Total wins in the English top division is a list dominated by Liverpool who even when they’ve been experiencing lean times, have still managed to phone in some reasonably alright seasons. Yes, they had to endure a 30 year wait between their 18th and 19th league titles but they at least remained the division in that time, unlike, say, Manchester United in the 1970s. Tottenham were also relegated to the second tier in the 1970s and both they and Chelsea have relatively low numbers of top-flight wins, especially compared to Everton and Aston Villa, two sides very much not in the mix for the proposed Super League. Grimsby Town are bottom of League Two right now yet still have more than 500 more league appearances than Tottenham. Form a super league based on proximity to the North Sea and Grimsby are in it, no question.
Wins are nice but trophies are better. Liverpool’s Premier League triumph last year took them one major honour ahead of Manchester United, who may or may not go level with their arch-rivals this season. The sheer historic strength of the country’s two biggest clubs is obvious from this but Chelsea in fourth and Manchester City in joint-fifth may surprise some. City will go ahead of Villa if they win the Carabao Cup this weekend. Tottenham would just like a trophy really, although the fact they are two honours ahead of history’s Everton Football Club may once again not entirely match the narrative.
The league title is (was?) the bread-and-butter target for all clubs and if you like English football you’re highly unlikely not to know that Manchester United have 20 of them and Liverpool have 19. Thirteen of United’s crowns came under Alex Ferguson, nine of Liverpool’s came between punk rock and acid house. Everton have won nine titles but none since the division was sponsored by defunct newspaper Today. Sunderland sit alongside Chelsea and Manchester City on six league titles, but the chronological spread is huge. None for Sunderland since 1936 (no team in stripes has been champions of England since) while five of Chelsea’s and four of Manchester City’s have come in the Premier League era. Rebranding can come at a cost too: Sheffield Wednesday won their third title as The Wednesday in 1929, retained it under their cool new city-based name in 1930 and have never been champions again. Now Wednesday’s main function in top-level football is in arguments about which competitions should play midweek and which get weekend slots.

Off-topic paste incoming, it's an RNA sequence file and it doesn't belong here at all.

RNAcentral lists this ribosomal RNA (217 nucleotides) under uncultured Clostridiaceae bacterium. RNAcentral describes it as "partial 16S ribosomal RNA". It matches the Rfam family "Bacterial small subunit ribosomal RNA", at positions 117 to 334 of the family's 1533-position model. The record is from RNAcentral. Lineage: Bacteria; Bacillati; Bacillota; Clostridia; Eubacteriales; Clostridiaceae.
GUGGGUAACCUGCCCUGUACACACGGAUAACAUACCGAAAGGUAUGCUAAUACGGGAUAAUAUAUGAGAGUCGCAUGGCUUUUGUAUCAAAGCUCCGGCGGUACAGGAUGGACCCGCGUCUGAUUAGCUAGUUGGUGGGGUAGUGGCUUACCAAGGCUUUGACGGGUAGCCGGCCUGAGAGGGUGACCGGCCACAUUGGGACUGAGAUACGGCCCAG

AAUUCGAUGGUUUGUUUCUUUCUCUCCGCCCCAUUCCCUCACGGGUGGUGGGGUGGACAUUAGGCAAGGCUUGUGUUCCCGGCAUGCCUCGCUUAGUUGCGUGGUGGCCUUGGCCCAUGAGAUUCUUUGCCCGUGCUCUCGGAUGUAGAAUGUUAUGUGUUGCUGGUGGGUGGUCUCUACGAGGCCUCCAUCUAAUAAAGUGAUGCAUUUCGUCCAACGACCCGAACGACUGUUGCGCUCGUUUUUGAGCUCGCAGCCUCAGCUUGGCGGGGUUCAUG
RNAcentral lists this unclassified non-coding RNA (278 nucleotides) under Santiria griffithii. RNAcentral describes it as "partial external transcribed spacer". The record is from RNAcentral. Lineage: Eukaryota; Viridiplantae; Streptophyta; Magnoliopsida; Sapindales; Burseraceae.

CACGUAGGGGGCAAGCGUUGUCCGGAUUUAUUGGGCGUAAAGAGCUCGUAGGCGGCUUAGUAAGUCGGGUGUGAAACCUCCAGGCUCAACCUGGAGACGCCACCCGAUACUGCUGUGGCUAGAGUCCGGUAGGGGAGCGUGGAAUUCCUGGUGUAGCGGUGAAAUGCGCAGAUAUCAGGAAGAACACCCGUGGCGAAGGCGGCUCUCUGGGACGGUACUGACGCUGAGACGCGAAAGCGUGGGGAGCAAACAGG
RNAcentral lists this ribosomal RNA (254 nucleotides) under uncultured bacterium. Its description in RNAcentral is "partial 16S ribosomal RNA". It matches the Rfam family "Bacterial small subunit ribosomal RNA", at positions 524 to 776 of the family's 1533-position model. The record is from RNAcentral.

Chelsea have sacked their most successful manager twice and now their record goalscorer as well— Duncan Alexander (@oilysailor) January 25, 2021
It feels like the history/authenticity argument splits along the same lines each time. Some think Manchester City, Chelsea and Tottenham have no right to be anywhere near a ‘Big Six’. As shown here though, that’s clearly not the case, and even if you think Tottenham’s relative lack of honours should count against them, the fact that reputationally they are still so large is actually in their favour. Yes, maybe they’re still living off what they did in the early 1960s, but isn’t that…the very history so many demand. The counter argument is that while the current Big Six are all undeniably big clubs, so are Everton, Aston Villa, Newcastle, Sunderland and others. The history that the Super League six have weaponized this week relies on playing and beating (and losing to) those other clubs as well. And what of clubs who have enjoyed short but glorious heydays, like Nottingham Forest in the late 1970s or Wolves in the 1950s? In truth, it all counts. Wolves essentially ‘invented’ European competition when they beat Honved under the (very new) floodlights at Molineux in 1954 and inspired L’Equipe’s Gabriel Hanot to create the European Cup. Football is in fact a long history of new competitions and formats, with a shake up every 30-40 years on average. What hasn’t changed, until now at least, has been the idea that any club, if they get their act together, can rise up to the top of the game.
Big clubs are very welcome to celebrate their history, but every team has the right to create its own. Season by season, promotion by promotion, relegation by relegation. What goes up, will probably come down.